Grasping Naturally Versus Grasping With a Reacher in People Without Disabilities: Motor Control and Muscle Activation DifferencesBy Maitra, Kinsuk K.; Philips, Katherine; Rice, Martin S.; American Journal of Occupational Therapy, Vol. 64, No. 1, pp. 95-104
Publication Date: January/February 2010
Study investigated motor control and muscle activation when reaching for and grasping objects with a reacher compared with the unaided hand. In a repeated measures counterbalanced design, 41 participants aged 18 to 55 years, without disabilities and with no previous experience using a reacher, were randomly assigned to a sequence of 4 conditions: reaching and grasping (A) a golf ball, (B) a baseball, (C) a small Rubik’s Cube, and (D) a large Rubik’s Cube. A total of 12 trials were carried out, each using the reacher and the natural grasp. Movements of the wrist and fingers were recorded using a three-dimensional Qualisys camera system for assessing reach and grasp. Muscle activations from finger and arm flexors and extensors were recorded by surface electromyography. Results revealed participants exhibiting a smaller grasp aperture, longer reaching time, and more muscle activity when using the reacher. The authors conclude that, as efficient motor control requiring both time and practice is needed to use a reacher successfully, therapy clients presented with reachers without sufficient time to develop motor skills unique to reacher use may be more likely to abandon this assistive device or fail to benefit from its function.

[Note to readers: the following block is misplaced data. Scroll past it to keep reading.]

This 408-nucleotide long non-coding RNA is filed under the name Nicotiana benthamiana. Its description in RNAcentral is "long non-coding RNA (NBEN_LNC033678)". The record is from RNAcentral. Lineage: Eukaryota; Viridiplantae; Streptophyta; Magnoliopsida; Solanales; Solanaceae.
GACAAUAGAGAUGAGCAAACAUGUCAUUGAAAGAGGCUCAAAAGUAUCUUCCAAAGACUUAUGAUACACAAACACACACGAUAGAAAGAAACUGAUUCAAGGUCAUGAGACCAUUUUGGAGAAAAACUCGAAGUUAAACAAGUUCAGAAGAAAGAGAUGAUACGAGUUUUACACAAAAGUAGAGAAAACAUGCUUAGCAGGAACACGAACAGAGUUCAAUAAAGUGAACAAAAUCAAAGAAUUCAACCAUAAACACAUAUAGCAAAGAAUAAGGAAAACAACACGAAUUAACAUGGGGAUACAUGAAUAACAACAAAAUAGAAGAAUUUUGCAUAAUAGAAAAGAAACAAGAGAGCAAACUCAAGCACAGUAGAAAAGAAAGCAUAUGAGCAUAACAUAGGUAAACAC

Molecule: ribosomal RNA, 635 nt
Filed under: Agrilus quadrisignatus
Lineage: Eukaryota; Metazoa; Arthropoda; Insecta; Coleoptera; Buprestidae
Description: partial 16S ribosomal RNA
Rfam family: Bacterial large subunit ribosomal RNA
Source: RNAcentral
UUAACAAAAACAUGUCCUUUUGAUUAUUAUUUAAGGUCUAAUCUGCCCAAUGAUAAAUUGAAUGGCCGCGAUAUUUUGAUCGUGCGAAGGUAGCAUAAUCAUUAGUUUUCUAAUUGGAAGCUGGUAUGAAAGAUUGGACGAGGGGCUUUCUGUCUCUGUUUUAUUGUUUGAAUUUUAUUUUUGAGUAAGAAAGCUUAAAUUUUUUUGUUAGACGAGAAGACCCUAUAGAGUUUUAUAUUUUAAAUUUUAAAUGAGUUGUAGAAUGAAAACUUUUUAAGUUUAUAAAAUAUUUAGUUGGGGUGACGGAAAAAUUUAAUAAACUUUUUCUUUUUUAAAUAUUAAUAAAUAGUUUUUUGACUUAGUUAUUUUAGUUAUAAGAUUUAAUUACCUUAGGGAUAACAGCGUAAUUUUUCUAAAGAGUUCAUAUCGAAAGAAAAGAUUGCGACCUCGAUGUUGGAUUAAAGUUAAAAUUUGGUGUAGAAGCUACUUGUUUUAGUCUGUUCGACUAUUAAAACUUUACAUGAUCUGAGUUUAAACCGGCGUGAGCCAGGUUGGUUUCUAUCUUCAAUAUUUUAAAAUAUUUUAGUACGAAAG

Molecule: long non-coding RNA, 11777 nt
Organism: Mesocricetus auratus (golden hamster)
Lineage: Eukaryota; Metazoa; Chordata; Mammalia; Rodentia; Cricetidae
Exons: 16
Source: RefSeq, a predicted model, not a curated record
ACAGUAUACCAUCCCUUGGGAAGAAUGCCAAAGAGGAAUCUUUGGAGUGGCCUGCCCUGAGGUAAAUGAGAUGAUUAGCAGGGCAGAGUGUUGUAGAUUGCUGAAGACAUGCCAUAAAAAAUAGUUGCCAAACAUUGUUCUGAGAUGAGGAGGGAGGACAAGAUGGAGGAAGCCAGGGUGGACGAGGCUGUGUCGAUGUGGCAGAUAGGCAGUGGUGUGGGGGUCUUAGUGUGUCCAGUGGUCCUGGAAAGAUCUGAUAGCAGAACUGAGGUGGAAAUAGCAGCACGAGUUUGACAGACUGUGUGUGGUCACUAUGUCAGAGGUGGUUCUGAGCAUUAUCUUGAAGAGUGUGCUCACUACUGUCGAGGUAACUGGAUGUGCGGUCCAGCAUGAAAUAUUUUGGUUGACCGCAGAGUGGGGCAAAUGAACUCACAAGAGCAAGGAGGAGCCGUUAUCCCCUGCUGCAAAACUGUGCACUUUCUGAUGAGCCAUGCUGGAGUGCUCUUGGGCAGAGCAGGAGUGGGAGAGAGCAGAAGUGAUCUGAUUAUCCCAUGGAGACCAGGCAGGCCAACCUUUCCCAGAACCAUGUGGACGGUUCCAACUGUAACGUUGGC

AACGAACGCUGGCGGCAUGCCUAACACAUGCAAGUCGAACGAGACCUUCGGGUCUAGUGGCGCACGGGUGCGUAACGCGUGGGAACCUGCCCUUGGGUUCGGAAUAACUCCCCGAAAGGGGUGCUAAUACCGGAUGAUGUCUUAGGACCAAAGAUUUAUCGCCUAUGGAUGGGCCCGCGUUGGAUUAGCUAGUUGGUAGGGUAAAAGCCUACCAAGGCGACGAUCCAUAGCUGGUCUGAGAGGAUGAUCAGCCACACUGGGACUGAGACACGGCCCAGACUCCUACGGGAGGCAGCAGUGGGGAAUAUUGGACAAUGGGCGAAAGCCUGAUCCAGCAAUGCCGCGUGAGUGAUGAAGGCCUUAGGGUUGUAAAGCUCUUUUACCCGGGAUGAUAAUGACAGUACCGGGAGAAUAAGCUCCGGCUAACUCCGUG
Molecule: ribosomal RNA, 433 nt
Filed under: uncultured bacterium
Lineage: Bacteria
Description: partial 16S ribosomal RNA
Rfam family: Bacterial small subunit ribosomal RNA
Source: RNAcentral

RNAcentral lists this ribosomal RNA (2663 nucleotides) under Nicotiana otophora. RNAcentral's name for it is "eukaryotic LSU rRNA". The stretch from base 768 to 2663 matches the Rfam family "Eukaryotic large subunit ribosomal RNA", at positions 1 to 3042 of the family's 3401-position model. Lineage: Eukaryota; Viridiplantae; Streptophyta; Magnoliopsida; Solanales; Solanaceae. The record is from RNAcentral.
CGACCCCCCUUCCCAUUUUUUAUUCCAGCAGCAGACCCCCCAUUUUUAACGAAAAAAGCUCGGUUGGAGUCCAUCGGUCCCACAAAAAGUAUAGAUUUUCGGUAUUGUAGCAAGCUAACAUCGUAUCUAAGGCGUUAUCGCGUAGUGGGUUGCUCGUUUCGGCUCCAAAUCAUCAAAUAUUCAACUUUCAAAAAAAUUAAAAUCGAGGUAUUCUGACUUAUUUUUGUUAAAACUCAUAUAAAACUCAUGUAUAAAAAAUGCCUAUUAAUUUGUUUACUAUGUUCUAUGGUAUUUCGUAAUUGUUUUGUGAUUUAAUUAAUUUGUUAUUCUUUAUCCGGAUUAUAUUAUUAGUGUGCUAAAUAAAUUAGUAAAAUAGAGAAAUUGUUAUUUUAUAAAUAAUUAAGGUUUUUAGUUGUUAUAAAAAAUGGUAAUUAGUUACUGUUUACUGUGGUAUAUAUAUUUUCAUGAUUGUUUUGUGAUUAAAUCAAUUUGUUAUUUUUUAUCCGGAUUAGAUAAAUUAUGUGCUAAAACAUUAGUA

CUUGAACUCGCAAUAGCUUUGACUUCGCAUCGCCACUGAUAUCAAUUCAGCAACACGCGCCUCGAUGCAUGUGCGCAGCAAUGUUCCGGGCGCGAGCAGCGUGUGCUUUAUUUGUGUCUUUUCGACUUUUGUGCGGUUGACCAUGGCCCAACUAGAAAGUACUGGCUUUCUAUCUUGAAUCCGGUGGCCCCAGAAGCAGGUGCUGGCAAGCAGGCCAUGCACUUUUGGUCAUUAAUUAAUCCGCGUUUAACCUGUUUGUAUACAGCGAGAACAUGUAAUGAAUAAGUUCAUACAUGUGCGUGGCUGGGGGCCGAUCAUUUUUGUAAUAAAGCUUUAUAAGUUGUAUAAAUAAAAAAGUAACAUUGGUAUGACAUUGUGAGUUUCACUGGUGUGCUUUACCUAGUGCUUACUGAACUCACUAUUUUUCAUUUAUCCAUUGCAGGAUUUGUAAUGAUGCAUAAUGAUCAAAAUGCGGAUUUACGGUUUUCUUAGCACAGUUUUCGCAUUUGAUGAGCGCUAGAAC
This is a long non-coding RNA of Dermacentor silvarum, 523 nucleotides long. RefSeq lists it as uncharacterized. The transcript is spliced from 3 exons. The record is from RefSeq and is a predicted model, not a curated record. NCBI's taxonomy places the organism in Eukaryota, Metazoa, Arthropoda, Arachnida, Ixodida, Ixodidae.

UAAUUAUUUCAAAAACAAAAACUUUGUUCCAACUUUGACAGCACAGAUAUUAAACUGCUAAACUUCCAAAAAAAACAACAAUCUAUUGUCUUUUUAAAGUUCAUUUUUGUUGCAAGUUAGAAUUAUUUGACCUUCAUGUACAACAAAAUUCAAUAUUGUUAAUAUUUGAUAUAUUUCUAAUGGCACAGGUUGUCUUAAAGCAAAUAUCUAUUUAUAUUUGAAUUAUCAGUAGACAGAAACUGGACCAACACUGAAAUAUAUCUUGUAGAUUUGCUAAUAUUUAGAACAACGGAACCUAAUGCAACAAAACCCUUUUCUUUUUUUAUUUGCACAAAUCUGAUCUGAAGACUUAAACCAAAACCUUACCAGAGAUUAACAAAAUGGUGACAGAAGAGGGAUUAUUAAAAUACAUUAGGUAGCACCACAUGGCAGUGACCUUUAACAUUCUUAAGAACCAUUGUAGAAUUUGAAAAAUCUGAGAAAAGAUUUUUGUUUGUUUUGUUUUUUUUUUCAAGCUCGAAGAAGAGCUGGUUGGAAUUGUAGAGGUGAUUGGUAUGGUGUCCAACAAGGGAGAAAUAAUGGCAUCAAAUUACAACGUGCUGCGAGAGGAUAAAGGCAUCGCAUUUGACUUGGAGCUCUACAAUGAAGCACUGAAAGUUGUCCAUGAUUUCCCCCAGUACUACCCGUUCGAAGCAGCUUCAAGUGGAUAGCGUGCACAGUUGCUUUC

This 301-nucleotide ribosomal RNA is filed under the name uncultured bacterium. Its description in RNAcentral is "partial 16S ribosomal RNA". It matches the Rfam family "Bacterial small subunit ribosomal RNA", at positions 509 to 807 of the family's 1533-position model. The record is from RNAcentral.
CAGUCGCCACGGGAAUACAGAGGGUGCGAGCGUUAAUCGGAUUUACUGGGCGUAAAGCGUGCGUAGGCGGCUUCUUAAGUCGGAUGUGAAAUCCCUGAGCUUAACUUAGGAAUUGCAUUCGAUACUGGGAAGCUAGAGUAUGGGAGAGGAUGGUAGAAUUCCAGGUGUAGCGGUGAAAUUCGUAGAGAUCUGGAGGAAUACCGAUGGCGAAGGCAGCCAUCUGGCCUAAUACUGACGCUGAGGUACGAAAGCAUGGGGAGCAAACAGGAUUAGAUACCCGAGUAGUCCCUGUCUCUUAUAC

Published by: American Occupational Therapy Association, Inc. (AOTA) (Website:http://www.aota.org)